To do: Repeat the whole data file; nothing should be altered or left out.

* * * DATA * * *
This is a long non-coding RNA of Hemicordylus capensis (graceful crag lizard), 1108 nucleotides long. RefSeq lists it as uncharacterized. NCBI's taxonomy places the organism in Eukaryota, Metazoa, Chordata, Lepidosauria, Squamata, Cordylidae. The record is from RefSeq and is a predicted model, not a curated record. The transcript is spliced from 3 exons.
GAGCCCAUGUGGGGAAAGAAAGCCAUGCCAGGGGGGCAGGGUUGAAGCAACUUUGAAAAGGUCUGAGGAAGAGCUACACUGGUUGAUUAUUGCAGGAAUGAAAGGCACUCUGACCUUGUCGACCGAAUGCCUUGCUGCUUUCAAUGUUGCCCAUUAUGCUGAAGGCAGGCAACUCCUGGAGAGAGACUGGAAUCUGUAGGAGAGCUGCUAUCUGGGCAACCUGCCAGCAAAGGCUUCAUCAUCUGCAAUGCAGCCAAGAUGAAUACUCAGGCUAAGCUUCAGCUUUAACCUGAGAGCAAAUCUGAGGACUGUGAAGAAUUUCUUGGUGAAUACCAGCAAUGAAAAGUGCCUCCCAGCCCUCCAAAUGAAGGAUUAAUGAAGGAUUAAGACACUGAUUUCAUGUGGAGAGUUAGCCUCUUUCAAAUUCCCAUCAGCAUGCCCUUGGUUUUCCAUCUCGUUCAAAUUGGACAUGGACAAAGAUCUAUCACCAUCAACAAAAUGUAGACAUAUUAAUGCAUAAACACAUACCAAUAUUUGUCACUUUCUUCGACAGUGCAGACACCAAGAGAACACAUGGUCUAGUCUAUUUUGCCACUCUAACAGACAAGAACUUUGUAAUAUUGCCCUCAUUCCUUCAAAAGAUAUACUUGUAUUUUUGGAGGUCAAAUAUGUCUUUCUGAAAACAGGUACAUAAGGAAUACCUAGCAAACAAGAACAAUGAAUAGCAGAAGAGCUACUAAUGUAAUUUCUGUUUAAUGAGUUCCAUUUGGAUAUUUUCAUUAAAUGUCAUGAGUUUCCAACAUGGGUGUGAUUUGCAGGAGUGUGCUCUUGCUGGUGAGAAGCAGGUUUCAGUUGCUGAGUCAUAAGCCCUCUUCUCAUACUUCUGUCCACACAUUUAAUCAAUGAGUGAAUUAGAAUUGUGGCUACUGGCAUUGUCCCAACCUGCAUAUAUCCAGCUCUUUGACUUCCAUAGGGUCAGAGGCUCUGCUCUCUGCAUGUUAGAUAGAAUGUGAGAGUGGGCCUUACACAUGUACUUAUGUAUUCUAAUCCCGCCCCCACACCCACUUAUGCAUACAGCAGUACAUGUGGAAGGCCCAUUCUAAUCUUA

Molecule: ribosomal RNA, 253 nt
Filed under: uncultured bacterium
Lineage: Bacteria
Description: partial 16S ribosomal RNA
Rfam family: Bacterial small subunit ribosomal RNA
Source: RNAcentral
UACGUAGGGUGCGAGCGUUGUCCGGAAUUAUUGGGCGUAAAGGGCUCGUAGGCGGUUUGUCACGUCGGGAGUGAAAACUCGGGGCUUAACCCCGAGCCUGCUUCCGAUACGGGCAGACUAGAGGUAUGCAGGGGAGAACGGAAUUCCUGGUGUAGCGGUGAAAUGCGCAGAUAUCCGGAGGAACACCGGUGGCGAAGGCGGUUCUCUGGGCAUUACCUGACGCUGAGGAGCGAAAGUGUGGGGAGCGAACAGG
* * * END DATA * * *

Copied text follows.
This is a long non-coding RNA of Hemicordylus capensis (graceful crag lizard), 1108 nucleotides long. RefSeq lists it as uncharacterized. NCBI's taxonomy places the organism in Eukaryota, Metazoa, Chordata, Lepidosauria, Squamata, Cordylidae. The record is from RefSeq and is a predicted model, not a curated record. The transcript is spliced from 3 exons.
GAGCCCAUGUGGGGAAAGAAAGCCAUGCCAGGGGGGCAGGGUUGAAGCAACUUUGAAAAGGUCUGAGGAAGAGCUACACUGGUUGAUUAUUGCAGGAAUGAAAGGCACUCUGACCUUGUCGACCGAAUGCCUUGCUGCUUUCAAUGUUGCCCAUUAUGCUGAAGGCAGGCAACUCCUGGAGAGAGACUGGAAUCUGUAGGAGAGCUGCUAUCUGGGCAACCUGCCAGCAAAGGCUUCAUCAUCUGCAAUGCAGCCAAGAUGAAUACUCAGGCUAAGCUUCAGCUUUAACCUGAGAGCAAAUCUGAGGACUGUGAAGAAUUUCUUGGUGAAUACCAGCAAUGAAAAGUGCCUCCCAGCCCUCCAAAUGAAGGAUUAAUGAAGGAUUAAGACACUGAUUUCAUGUGGAGAGUUAGCCUCUUUCAAAUUCCCAUCAGCAUGCCCUUGGUUUUCCAUCUCGUUCAAAUUGGACAUGGACAAAGAUCUAUCACCAUCAACAAAAUGUAGACAUAUUAAUGCAUAAACACAUACCAAUAUUUGUCACUUUCUUCGACAGUGCAGACACCAAGAGAACACAUGGUCUAGUCUAUUUUGCCACUCUAACAGACAAGAACUUUGUAAUAUUGCCCUCAUUCCUUCAAAAGAUAUACUUGUAUUUUUGGAGGUCAAAUAUGUCUUUCUGAAAACAGGUACAUAAGGAAUACCUAGCAAACAAGAACAAUGAAUAGCAGAAGAGCUACUAAUGUAAUUUCUGUUUAAUGAGUUCCAUUUGGAUAUUUUCAUUAAAUGUCAUGAGUUUCCAACAUGGGUGUGAUUUGCAGGAGUGUGCUCUUGCUGGUGAGAAGCAGGUUUCAGUUGCUGAGUCAUAAGCCCUCUUCUCAUACUUCUGUCCACACAUUUAAUCAAUGAGUGAAUUAGAAUUGUGGCUACUGGCAUUGUCCCAACCUGCAUAUAUCCAGCUCUUUGACUUCCAUAGGGUCAGAGGCUCUGCUCUCUGCAUGUUAGAUAGAAUGUGAGAGUGGGCCUUACACAUGUACUUAUGUAUUCUAAUCCCGCCCCCACACCCACUUAUGCAUACAGCAGUACAUGUGGAAGGCCCAUUCUAAUCUUA

Molecule: ribosomal RNA, 253 nt
Filed under: uncultured bacterium
Lineage: Bacteria
Description: partial 16S ribosomal RNA
Rfam family: Bacterial small subunit ribosomal RNA
Source: RNAcentral
UACGUAGGGUGCGAGCGUUGUCCGGAAUUAUUGGGCGUAAAGGGCUCGUAGGCGGUUUGUCACGUCGGGAGUGAAAACUCGGGGCUUAACCCCGAGCCUGCUUCCGAUACGGGCAGACUAGAGGUAUGCAGGGGAGAACGGAAUUCCUGGUGUAGCGGUGAAAUGCGCAGAUAUCCGGAGGAACACCGGUGGCGAAGGCGGUUCUCUGGGCAUUACCUGACGCUGAGGAGCGAAAGUGUGGGGAGCGAACAGG